A divergence of views between the European Union and the United States over privacy and the openness of WHOIS has continued ever since the European Union introduced their General Data Protection Regulation (GDPR) in May last year. A result has been that European registries and registrars have been at odds with ICANN over what data can be collected and made publicly available when European individuals and businesses register domain names. ICANN has been forced to attempt to comply with European law while balancing US interests.
In a speech in early April to the FDA Online Opioid Summit, the US National Telecommunications and Information Administration’s (NTIA) David Redl spoke of how “the loss of WHOIS data following the introduction of the GDPR without a predictable and timely mechanism to access redacted information has little benefit for consumer privacy, and major benefits for cyber-criminals.” Redl went on to say those collecting WHOIS data had “stopped publishing much of the data because they feared it would make them vulnerable to the massive fines GDPR imposes for privacy violations.”
Redl says progress is being made but issues remain from a US perspective and the “NTIA continues to actively push U.S. interests in these discussions.” But there are concerns regarding allowing groups such as “third parties with legitimate interests, like law enforcement, IP rights holders, and cybersecurity researchers to access non-public data critical to fulfilling their missions.”
To date, the Europeans haven’t budged and ICANN has developed a draft of a model. It comes around 10 months on from the implementation of the GDPR and 3 years since it was adopted by the EU. With the current Temporary Specification expiring on 20 May ICANN have said they need “to move forward to ensure that [they] have a gTLD registration policy in place that meets the requirements of the GDPR.”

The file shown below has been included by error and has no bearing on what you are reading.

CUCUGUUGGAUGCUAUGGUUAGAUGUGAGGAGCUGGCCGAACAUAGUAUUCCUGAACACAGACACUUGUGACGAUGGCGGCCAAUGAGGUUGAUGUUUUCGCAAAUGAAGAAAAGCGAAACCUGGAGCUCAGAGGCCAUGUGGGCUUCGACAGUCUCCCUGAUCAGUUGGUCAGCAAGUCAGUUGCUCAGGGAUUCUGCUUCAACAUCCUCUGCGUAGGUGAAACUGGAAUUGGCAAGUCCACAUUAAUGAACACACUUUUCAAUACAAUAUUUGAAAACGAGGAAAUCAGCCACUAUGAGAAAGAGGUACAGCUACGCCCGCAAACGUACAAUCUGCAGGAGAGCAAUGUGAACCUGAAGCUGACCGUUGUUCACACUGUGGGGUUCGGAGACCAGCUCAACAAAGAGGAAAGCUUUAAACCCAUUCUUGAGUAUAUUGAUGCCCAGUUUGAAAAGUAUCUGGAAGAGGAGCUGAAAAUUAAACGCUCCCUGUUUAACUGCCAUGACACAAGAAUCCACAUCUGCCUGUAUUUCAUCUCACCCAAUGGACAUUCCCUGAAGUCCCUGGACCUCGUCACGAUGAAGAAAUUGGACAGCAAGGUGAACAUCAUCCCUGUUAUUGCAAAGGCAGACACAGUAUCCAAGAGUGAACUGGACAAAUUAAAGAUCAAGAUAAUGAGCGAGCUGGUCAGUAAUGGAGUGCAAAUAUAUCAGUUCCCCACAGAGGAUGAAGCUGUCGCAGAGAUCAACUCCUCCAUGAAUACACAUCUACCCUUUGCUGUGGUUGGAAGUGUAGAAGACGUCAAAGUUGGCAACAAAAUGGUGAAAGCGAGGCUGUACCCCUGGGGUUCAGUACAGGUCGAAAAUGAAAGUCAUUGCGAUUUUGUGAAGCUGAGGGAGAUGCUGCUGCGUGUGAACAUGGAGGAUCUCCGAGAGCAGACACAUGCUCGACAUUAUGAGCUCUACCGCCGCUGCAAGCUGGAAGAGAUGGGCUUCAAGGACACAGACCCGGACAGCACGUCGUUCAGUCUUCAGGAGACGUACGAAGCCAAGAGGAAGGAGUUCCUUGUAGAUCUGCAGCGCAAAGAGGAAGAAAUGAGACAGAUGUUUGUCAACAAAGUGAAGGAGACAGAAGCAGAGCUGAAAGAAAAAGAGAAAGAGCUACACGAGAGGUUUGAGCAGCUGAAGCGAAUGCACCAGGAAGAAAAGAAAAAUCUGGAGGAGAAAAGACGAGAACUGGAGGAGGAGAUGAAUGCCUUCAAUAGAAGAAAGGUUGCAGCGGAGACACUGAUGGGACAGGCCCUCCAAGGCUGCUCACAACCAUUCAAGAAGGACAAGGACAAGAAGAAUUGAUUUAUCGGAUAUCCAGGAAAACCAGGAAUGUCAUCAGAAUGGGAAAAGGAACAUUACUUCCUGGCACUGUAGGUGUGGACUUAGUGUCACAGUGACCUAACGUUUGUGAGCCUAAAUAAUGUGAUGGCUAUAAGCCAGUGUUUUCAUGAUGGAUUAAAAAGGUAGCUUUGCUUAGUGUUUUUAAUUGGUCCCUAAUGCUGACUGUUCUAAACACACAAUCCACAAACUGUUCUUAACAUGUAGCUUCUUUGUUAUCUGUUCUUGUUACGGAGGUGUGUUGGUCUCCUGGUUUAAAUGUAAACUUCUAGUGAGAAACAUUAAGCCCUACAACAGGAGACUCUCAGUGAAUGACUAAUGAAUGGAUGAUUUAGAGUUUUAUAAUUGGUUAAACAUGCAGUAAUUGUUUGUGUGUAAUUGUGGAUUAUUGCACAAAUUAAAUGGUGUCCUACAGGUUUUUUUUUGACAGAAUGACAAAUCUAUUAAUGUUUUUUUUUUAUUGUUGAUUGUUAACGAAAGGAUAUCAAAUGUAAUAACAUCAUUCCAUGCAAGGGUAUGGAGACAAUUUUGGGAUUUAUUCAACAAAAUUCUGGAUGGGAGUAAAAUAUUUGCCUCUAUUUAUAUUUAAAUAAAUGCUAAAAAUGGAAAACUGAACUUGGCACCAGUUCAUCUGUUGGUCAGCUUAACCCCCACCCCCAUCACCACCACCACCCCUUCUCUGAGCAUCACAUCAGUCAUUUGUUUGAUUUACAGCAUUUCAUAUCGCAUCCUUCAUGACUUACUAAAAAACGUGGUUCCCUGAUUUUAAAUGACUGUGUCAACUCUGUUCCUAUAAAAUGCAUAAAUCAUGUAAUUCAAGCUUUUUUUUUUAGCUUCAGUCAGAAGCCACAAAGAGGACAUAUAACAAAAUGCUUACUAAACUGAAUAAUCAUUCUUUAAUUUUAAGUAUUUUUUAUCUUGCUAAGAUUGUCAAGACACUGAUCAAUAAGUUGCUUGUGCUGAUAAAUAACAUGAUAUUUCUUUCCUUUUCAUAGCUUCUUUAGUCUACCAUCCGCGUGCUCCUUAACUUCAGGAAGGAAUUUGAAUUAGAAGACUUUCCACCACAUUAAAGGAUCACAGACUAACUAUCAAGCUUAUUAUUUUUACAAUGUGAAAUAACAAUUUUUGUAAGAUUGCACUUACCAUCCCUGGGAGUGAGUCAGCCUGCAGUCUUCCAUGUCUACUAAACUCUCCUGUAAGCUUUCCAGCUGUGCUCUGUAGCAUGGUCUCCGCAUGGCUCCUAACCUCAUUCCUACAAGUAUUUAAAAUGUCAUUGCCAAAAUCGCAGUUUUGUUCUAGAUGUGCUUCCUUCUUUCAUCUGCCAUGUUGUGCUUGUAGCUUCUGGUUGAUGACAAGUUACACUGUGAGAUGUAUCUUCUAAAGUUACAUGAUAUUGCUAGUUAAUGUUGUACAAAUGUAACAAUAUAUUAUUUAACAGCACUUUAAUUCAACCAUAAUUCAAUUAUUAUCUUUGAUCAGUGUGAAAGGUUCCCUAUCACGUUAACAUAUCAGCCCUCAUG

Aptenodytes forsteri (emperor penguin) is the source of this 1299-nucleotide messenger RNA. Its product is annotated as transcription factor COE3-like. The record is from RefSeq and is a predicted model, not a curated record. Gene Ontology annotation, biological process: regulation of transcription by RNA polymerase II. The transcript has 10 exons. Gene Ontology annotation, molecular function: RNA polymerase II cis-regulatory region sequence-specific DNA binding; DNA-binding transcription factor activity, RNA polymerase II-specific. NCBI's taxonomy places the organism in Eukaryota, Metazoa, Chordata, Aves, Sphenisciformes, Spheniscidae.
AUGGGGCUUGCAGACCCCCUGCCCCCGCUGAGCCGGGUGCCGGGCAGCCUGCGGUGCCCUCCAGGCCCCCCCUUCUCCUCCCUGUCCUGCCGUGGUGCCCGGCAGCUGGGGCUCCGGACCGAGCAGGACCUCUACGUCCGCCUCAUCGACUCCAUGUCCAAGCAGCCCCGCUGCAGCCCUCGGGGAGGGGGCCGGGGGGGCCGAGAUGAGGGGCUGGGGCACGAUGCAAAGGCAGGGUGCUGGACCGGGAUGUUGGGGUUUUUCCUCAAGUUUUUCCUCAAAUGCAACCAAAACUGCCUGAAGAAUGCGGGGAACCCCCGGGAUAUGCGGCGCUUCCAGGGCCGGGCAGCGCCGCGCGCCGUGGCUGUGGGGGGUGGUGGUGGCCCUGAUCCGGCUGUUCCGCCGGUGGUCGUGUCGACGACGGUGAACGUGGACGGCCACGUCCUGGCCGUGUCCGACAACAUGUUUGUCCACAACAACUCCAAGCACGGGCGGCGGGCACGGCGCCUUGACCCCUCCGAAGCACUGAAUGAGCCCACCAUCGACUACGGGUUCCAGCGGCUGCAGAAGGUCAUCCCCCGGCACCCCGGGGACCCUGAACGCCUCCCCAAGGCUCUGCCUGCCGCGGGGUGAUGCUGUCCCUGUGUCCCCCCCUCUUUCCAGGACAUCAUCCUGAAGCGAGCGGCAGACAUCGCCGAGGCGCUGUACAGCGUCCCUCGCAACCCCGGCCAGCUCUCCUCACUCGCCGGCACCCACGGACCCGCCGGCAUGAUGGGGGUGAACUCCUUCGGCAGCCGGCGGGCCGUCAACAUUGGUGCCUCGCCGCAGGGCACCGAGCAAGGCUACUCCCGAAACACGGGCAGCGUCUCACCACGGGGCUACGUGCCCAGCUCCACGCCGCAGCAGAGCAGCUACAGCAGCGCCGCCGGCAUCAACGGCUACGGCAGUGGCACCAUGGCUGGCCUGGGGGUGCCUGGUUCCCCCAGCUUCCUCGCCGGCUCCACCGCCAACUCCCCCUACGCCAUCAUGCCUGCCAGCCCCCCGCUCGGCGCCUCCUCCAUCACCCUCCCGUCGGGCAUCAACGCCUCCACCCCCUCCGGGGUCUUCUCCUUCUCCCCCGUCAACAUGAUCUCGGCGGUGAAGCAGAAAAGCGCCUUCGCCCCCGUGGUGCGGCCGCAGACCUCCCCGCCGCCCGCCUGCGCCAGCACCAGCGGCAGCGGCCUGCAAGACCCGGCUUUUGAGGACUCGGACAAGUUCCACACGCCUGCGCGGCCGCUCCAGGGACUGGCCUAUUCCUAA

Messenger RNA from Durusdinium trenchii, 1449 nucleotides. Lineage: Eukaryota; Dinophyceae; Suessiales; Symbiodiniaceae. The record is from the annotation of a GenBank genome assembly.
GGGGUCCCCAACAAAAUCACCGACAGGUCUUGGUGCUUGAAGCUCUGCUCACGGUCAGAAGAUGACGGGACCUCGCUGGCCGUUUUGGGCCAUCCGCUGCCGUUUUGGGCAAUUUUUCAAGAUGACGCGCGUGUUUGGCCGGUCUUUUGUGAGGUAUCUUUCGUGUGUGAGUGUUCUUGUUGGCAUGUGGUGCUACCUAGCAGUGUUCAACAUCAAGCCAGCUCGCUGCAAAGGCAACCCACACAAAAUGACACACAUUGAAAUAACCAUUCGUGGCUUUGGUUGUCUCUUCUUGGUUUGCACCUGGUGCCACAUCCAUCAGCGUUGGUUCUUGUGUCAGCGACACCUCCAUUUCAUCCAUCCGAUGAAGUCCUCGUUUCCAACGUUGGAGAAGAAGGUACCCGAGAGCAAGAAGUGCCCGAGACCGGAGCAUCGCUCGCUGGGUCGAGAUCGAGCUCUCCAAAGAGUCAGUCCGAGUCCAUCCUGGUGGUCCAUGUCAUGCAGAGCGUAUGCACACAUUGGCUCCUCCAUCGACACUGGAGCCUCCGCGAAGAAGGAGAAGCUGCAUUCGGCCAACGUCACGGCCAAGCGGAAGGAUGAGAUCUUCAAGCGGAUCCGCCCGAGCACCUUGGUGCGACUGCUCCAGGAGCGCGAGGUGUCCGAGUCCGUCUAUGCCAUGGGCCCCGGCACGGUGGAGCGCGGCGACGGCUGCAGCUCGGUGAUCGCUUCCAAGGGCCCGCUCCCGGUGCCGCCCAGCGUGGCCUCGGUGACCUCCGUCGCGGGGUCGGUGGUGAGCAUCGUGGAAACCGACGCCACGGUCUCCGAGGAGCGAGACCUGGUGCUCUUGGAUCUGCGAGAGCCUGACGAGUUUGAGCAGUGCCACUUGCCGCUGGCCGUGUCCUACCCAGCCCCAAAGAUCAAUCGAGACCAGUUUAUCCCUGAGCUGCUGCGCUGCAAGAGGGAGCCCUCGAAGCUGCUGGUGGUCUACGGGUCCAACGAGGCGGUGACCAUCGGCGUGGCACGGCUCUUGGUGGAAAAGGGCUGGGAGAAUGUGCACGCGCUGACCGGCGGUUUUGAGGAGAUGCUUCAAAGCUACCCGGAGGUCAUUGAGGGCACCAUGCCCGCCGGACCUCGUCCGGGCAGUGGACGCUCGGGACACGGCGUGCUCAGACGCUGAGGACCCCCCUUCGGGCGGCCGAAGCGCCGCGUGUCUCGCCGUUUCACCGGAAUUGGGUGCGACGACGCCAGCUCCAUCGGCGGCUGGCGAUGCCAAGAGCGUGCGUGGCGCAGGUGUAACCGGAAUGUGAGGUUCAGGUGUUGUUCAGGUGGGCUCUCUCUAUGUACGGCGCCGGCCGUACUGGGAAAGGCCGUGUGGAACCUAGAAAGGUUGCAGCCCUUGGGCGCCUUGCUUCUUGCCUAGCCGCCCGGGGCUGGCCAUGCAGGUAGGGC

The model that has been developed by ICANN builds on the technology available via the Registration Data Access Protocol (RDAP). Using this approach would position ICANN, the Draft Technical Model for Access to Non-Public Registration Data paper says, as the sole access point to non-public registration data. The draft model “recommends a technical model for authenticating, authorising, and providing access to non-public registration data to third parties with legitimate interests based on existing technologies. ... The technical model would support a process that would allow users to verify their identity and legitimate purpose for requesting data, come to a central service managed by ICANN, and receive approval or denial of the request. If approved, ICANN would ask the appropriate registry and/or registrar to provide the requested data to ICANN, which in turn would provide it to the third party.” The group that has put together the proposal “has not made decisions or recommendations on policy questions, e.g., who gets access, to which data fields and under what conditions should access be given, and what is a legal legitimate interest for requesting such data.”
A public comment period closed in mid-April and the Expedited Policy Development Process (EPDP) Team is currently considering responses that will be submitted to the Board.
The European Commission, through their European Data Protection Board has told ICANN several times it is up to them “to develop and implement a WHOIS model which will enable legitimate uses by relevant stakeholders, such as law enforcement, of personal data concerning registrants in compliance with the GDPR, without leading to an unlimited publication of those data.”
ICANN has received setbacks in their quest to develop a model that is compliant with the GDPR. One was a court case that saw the German registrar EPAG take ICANN to court over ICANN’s insistence they continue collecting registration data. EPAG won the case, and in total the German courts sided with EPAG 4 times as ICANN repeatedly appealed the decision.
ICANN sought to require EPAG to continue to collect elements of WHOIS data, as required under their Registrar Accreditation Agreement (RAA), which permits the registrar to sell domain name registrations for generic top-level domains. EPAG had 3 concerns with the Temporary Specification ICANN introduced as a stopgap measure to comply with the GDPR based around “Personal Data Transfer to a Registry”, “Personal Data Display” and “Desire for Clarity”.